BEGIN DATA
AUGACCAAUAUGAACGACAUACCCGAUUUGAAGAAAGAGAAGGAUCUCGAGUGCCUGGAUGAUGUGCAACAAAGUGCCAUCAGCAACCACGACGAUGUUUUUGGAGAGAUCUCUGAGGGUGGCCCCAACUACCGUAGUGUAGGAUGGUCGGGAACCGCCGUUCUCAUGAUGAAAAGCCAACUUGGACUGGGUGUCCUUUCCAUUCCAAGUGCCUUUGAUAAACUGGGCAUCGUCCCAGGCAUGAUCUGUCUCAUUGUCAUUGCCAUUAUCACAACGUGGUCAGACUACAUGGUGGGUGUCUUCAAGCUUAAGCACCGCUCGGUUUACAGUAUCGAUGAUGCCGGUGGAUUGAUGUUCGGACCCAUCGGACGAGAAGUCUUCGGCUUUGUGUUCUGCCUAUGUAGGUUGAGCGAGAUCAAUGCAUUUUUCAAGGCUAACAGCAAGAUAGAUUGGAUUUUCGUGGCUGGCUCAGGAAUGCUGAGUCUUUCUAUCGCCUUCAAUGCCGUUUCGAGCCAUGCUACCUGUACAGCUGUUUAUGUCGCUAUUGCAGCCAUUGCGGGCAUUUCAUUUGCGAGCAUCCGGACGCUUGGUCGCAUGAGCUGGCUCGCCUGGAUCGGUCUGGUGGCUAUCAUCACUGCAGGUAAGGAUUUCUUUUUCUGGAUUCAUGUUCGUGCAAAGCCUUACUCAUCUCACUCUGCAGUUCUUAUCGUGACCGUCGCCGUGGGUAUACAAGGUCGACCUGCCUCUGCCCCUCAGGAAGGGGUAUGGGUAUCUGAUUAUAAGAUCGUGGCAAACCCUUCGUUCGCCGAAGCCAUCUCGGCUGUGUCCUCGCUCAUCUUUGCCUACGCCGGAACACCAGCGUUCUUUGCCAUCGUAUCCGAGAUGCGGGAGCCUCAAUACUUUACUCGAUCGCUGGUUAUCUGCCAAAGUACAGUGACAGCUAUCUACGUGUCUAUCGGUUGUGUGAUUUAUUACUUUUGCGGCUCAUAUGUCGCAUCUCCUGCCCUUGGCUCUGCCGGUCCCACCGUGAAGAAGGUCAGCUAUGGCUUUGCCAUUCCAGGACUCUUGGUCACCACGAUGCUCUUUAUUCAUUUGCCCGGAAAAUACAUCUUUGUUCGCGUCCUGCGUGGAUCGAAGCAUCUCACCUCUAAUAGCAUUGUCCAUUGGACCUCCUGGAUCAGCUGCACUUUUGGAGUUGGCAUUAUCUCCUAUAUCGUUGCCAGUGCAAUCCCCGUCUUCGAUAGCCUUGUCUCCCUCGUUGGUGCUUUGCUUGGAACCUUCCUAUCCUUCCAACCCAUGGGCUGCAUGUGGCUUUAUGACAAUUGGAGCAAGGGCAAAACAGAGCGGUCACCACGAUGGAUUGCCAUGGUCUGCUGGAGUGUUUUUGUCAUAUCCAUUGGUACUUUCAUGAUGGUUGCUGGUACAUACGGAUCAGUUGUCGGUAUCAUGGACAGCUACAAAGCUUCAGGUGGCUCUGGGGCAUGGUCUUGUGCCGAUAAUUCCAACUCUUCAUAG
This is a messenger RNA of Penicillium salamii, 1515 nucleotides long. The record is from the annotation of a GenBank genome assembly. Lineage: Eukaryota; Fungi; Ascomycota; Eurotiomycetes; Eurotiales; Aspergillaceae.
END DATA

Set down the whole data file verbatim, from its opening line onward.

AUGACCAAUAUGAACGACAUACCCGAUUUGAAGAAAGAGAAGGAUCUCGAGUGCCUGGAUGAUGUGCAACAAAGUGCCAUCAGCAACCACGACGAUGUUUUUGGAGAGAUCUCUGAGGGUGGCCCCAACUACCGUAGUGUAGGAUGGUCGGGAACCGCCGUUCUCAUGAUGAAAAGCCAACUUGGACUGGGUGUCCUUUCCAUUCCAAGUGCCUUUGAUAAACUGGGCAUCGUCCCAGGCAUGAUCUGUCUCAUUGUCAUUGCCAUUAUCACAACGUGGUCAGACUACAUGGUGGGUGUCUUCAAGCUUAAGCACCGCUCGGUUUACAGUAUCGAUGAUGCCGGUGGAUUGAUGUUCGGACCCAUCGGACGAGAAGUCUUCGGCUUUGUGUUCUGCCUAUGUAGGUUGAGCGAGAUCAAUGCAUUUUUCAAGGCUAACAGCAAGAUAGAUUGGAUUUUCGUGGCUGGCUCAGGAAUGCUGAGUCUUUCUAUCGCCUUCAAUGCCGUUUCGAGCCAUGCUACCUGUACAGCUGUUUAUGUCGCUAUUGCAGCCAUUGCGGGCAUUUCAUUUGCGAGCAUCCGGACGCUUGGUCGCAUGAGCUGGCUCGCCUGGAUCGGUCUGGUGGCUAUCAUCACUGCAGGUAAGGAUUUCUUUUUCUGGAUUCAUGUUCGUGCAAAGCCUUACUCAUCUCACUCUGCAGUUCUUAUCGUGACCGUCGCCGUGGGUAUACAAGGUCGACCUGCCUCUGCCCCUCAGGAAGGGGUAUGGGUAUCUGAUUAUAAGAUCGUGGCAAACCCUUCGUUCGCCGAAGCCAUCUCGGCUGUGUCCUCGCUCAUCUUUGCCUACGCCGGAACACCAGCGUUCUUUGCCAUCGUAUCCGAGAUGCGGGAGCCUCAAUACUUUACUCGAUCGCUGGUUAUCUGCCAAAGUACAGUGACAGCUAUCUACGUGUCUAUCGGUUGUGUGAUUUAUUACUUUUGCGGCUCAUAUGUCGCAUCUCCUGCCCUUGGCUCUGCCGGUCCCACCGUGAAGAAGGUCAGCUAUGGCUUUGCCAUUCCAGGACUCUUGGUCACCACGAUGCUCUUUAUUCAUUUGCCCGGAAAAUACAUCUUUGUUCGCGUCCUGCGUGGAUCGAAGCAUCUCACCUCUAAUAGCAUUGUCCAUUGGACCUCCUGGAUCAGCUGCACUUUUGGAGUUGGCAUUAUCUCCUAUAUCGUUGCCAGUGCAAUCCCCGUCUUCGAUAGCCUUGUCUCCCUCGUUGGUGCUUUGCUUGGAACCUUCCUAUCCUUCCAACCCAUGGGCUGCAUGUGGCUUUAUGACAAUUGGAGCAAGGGCAAAACAGAGCGGUCACCACGAUGGAUUGCCAUGGUCUGCUGGAGUGUUUUUGUCAUAUCCAUUGGUACUUUCAUGAUGGUUGCUGGUACAUACGGAUCAGUUGUCGGUAUCAUGGACAGCUACAAAGCUUCAGGUGGCUCUGGGGCAUGGUCUUGUGCCGAUAAUUCCAACUCUUCAUAG
This is a messenger RNA of Penicillium salamii, 1515 nucleotides long. The record is from the annotation of a GenBank genome assembly. Lineage: Eukaryota; Fungi; Ascomycota; Eurotiomycetes; Eurotiales; Aspergillaceae.